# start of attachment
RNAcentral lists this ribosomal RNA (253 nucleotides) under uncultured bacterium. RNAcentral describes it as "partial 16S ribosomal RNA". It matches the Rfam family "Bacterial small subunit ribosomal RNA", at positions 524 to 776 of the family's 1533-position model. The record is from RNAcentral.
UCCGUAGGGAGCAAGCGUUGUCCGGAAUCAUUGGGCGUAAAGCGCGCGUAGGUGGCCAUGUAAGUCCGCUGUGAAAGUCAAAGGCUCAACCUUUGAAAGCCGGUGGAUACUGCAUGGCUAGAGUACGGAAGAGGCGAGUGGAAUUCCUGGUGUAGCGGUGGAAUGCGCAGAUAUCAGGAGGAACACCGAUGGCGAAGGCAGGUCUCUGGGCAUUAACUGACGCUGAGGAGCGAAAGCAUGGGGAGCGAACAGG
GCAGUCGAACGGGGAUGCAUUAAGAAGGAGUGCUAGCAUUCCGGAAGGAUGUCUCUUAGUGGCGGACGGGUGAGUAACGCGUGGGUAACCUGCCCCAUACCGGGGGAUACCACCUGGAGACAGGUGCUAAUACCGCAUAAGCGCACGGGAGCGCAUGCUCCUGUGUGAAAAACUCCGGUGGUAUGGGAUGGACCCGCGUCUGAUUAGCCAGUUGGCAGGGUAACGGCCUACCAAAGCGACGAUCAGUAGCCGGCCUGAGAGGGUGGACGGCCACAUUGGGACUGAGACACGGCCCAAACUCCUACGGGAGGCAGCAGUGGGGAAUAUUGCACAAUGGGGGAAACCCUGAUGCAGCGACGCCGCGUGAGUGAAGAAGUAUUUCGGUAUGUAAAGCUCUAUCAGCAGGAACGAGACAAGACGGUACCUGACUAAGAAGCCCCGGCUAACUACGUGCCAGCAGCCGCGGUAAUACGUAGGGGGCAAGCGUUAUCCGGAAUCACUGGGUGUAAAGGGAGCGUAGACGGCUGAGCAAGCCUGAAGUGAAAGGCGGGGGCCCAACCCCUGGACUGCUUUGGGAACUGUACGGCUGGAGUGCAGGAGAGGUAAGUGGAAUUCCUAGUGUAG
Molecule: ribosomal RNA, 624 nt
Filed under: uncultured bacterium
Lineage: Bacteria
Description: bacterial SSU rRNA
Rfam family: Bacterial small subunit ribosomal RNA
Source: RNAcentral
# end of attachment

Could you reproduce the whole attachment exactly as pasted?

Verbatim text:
RNAcentral lists this ribosomal RNA (253 nucleotides) under uncultured bacterium. RNAcentral describes it as "partial 16S ribosomal RNA". It matches the Rfam family "Bacterial small subunit ribosomal RNA", at positions 524 to 776 of the family's 1533-position model. The record is from RNAcentral.
UCCGUAGGGAGCAAGCGUUGUCCGGAAUCAUUGGGCGUAAAGCGCGCGUAGGUGGCCAUGUAAGUCCGCUGUGAAAGUCAAAGGCUCAACCUUUGAAAGCCGGUGGAUACUGCAUGGCUAGAGUACGGAAGAGGCGAGUGGAAUUCCUGGUGUAGCGGUGGAAUGCGCAGAUAUCAGGAGGAACACCGAUGGCGAAGGCAGGUCUCUGGGCAUUAACUGACGCUGAGGAGCGAAAGCAUGGGGAGCGAACAGG
GCAGUCGAACGGGGAUGCAUUAAGAAGGAGUGCUAGCAUUCCGGAAGGAUGUCUCUUAGUGGCGGACGGGUGAGUAACGCGUGGGUAACCUGCCCCAUACCGGGGGAUACCACCUGGAGACAGGUGCUAAUACCGCAUAAGCGCACGGGAGCGCAUGCUCCUGUGUGAAAAACUCCGGUGGUAUGGGAUGGACCCGCGUCUGAUUAGCCAGUUGGCAGGGUAACGGCCUACCAAAGCGACGAUCAGUAGCCGGCCUGAGAGGGUGGACGGCCACAUUGGGACUGAGACACGGCCCAAACUCCUACGGGAGGCAGCAGUGGGGAAUAUUGCACAAUGGGGGAAACCCUGAUGCAGCGACGCCGCGUGAGUGAAGAAGUAUUUCGGUAUGUAAAGCUCUAUCAGCAGGAACGAGACAAGACGGUACCUGACUAAGAAGCCCCGGCUAACUACGUGCCAGCAGCCGCGGUAAUACGUAGGGGGCAAGCGUUAUCCGGAAUCACUGGGUGUAAAGGGAGCGUAGACGGCUGAGCAAGCCUGAAGUGAAAGGCGGGGGCCCAACCCCUGGACUGCUUUGGGAACUGUACGGCUGGAGUGCAGGAGAGGUAAGUGGAAUUCCUAGUGUAG
Molecule: ribosomal RNA, 624 nt
Filed under: uncultured bacterium
Lineage: Bacteria
Description: bacterial SSU rRNA
Rfam family: Bacterial small subunit ribosomal RNA
Source: RNAcentral